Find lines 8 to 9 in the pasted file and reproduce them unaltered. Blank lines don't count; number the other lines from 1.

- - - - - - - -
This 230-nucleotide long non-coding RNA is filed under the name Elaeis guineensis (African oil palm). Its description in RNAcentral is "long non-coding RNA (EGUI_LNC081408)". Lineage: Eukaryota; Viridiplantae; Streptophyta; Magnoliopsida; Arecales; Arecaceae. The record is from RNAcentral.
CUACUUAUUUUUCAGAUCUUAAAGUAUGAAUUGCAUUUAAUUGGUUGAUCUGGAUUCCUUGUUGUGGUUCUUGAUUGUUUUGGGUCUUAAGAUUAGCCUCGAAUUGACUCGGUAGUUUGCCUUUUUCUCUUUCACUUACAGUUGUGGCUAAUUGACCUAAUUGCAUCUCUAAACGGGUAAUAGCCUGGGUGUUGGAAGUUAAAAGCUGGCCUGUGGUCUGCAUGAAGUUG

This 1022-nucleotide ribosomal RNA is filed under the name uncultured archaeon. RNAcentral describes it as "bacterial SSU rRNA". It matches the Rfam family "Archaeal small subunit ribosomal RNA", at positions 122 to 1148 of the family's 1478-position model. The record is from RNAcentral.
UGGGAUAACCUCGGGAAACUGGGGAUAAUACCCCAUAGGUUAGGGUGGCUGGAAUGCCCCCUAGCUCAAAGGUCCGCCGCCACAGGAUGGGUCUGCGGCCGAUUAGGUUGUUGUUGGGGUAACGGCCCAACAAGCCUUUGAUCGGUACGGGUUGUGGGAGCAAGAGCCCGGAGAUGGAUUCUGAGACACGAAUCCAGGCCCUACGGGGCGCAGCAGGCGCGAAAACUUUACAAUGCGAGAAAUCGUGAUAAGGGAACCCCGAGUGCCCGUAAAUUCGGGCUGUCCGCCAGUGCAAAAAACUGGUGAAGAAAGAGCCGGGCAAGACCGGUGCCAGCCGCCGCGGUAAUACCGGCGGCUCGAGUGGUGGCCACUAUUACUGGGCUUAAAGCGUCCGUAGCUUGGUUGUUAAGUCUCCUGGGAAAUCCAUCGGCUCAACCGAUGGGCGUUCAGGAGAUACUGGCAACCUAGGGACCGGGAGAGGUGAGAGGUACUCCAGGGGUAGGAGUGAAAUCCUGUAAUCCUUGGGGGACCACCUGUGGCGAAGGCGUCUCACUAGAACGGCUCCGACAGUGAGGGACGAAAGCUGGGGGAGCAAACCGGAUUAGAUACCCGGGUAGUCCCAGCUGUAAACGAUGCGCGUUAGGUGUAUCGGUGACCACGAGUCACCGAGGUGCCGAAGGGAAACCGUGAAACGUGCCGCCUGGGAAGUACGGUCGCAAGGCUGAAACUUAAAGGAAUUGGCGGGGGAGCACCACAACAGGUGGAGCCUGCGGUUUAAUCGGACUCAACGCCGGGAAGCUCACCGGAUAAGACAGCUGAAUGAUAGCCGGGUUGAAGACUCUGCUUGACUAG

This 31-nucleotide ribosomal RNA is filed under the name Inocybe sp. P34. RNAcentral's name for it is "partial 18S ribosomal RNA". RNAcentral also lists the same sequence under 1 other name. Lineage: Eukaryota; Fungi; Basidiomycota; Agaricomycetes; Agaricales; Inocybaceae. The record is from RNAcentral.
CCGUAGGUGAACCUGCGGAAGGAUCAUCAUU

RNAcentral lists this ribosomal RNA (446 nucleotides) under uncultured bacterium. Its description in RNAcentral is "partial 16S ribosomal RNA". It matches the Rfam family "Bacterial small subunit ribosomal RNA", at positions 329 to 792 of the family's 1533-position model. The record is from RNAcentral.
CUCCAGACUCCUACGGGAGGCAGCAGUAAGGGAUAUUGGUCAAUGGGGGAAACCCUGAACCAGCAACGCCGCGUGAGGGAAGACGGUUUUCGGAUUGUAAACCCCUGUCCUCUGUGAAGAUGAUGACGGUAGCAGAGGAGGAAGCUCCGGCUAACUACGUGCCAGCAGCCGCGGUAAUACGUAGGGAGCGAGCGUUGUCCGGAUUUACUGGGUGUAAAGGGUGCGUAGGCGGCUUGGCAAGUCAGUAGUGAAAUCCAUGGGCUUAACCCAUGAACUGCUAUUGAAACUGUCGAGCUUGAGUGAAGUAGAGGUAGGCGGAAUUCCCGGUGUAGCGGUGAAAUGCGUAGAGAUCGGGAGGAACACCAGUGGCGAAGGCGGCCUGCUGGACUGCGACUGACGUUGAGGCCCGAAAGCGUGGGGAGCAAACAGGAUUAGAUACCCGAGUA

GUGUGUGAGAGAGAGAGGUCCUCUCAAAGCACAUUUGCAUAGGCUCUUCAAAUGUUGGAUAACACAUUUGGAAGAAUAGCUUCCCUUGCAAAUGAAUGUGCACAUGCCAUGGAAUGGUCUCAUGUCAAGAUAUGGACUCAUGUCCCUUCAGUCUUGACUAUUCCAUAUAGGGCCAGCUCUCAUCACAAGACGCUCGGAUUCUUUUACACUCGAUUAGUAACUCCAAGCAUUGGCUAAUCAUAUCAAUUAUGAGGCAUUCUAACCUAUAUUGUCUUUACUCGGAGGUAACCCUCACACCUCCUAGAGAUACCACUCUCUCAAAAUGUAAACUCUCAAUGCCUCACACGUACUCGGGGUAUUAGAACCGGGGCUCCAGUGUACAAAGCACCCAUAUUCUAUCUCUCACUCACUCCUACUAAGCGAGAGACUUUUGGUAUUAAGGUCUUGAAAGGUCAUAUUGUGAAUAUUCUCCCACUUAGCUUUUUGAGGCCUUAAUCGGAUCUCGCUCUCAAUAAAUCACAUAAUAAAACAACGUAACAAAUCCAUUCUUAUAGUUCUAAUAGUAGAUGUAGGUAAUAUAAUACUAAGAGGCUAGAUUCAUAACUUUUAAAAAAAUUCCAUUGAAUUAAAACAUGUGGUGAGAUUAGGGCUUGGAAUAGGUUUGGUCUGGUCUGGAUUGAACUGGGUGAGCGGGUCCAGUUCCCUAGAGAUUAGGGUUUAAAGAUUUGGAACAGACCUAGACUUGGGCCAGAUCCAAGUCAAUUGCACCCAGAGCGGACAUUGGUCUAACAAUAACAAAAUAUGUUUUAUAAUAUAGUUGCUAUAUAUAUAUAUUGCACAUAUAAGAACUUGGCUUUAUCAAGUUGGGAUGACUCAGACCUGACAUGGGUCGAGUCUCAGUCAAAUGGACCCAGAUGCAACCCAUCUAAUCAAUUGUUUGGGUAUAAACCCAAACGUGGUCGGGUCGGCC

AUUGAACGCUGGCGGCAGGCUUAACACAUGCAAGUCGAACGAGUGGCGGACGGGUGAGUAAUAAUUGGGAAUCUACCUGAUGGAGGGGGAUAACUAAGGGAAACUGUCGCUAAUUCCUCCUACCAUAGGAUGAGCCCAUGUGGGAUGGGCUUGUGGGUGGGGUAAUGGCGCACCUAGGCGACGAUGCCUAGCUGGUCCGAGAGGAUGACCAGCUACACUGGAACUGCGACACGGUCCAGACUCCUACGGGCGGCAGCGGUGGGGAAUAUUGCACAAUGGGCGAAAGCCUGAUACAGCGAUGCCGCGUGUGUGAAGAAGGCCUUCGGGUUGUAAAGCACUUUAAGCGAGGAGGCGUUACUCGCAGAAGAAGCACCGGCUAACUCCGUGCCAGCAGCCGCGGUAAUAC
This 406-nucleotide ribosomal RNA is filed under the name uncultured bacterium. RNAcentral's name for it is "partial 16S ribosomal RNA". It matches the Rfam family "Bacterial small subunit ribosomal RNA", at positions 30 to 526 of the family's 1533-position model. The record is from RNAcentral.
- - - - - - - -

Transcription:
CUCCAGACUCCUACGGGAGGCAGCAGUAAGGGAUAUUGGUCAAUGGGGGAAACCCUGAACCAGCAACGCCGCGUGAGGGAAGACGGUUUUCGGAUUGUAAACCCCUGUCCUCUGUGAAGAUGAUGACGGUAGCAGAGGAGGAAGCUCCGGCUAACUACGUGCCAGCAGCCGCGGUAAUACGUAGGGAGCGAGCGUUGUCCGGAUUUACUGGGUGUAAAGGGUGCGUAGGCGGCUUGGCAAGUCAGUAGUGAAAUCCAUGGGCUUAACCCAUGAACUGCUAUUGAAACUGUCGAGCUUGAGUGAAGUAGAGGUAGGCGGAAUUCCCGGUGUAGCGGUGAAAUGCGUAGAGAUCGGGAGGAACACCAGUGGCGAAGGCGGCCUGCUGGACUGCGACUGACGUUGAGGCCCGAAAGCGUGGGGAGCAAACAGGAUUAGAUACCCGAGUA

GUGUGUGAGAGAGAGAGGUCCUCUCAAAGCACAUUUGCAUAGGCUCUUCAAAUGUUGGAUAACACAUUUGGAAGAAUAGCUUCCCUUGCAAAUGAAUGUGCACAUGCCAUGGAAUGGUCUCAUGUCAAGAUAUGGACUCAUGUCCCUUCAGUCUUGACUAUUCCAUAUAGGGCCAGCUCUCAUCACAAGACGCUCGGAUUCUUUUACACUCGAUUAGUAACUCCAAGCAUUGGCUAAUCAUAUCAAUUAUGAGGCAUUCUAACCUAUAUUGUCUUUACUCGGAGGUAACCCUCACACCUCCUAGAGAUACCACUCUCUCAAAAUGUAAACUCUCAAUGCCUCACACGUACUCGGGGUAUUAGAACCGGGGCUCCAGUGUACAAAGCACCCAUAUUCUAUCUCUCACUCACUCCUACUAAGCGAGAGACUUUUGGUAUUAAGGUCUUGAAAGGUCAUAUUGUGAAUAUUCUCCCACUUAGCUUUUUGAGGCCUUAAUCGGAUCUCGCUCUCAAUAAAUCACAUAAUAAAACAACGUAACAAAUCCAUUCUUAUAGUUCUAAUAGUAGAUGUAGGUAAUAUAAUACUAAGAGGCUAGAUUCAUAACUUUUAAAAAAAUUCCAUUGAAUUAAAACAUGUGGUGAGAUUAGGGCUUGGAAUAGGUUUGGUCUGGUCUGGAUUGAACUGGGUGAGCGGGUCCAGUUCCCUAGAGAUUAGGGUUUAAAGAUUUGGAACAGACCUAGACUUGGGCCAGAUCCAAGUCAAUUGCACCCAGAGCGGACAUUGGUCUAACAAUAACAAAAUAUGUUUUAUAAUAUAGUUGCUAUAUAUAUAUAUUGCACAUAUAAGAACUUGGCUUUAUCAAGUUGGGAUGACUCAGACCUGACAUGGGUCGAGUCUCAGUCAAAUGGACCCAGAUGCAACCCAUCUAAUCAAUUGUUUGGGUAUAAACCCAAACGUGGUCGGGUCGGCC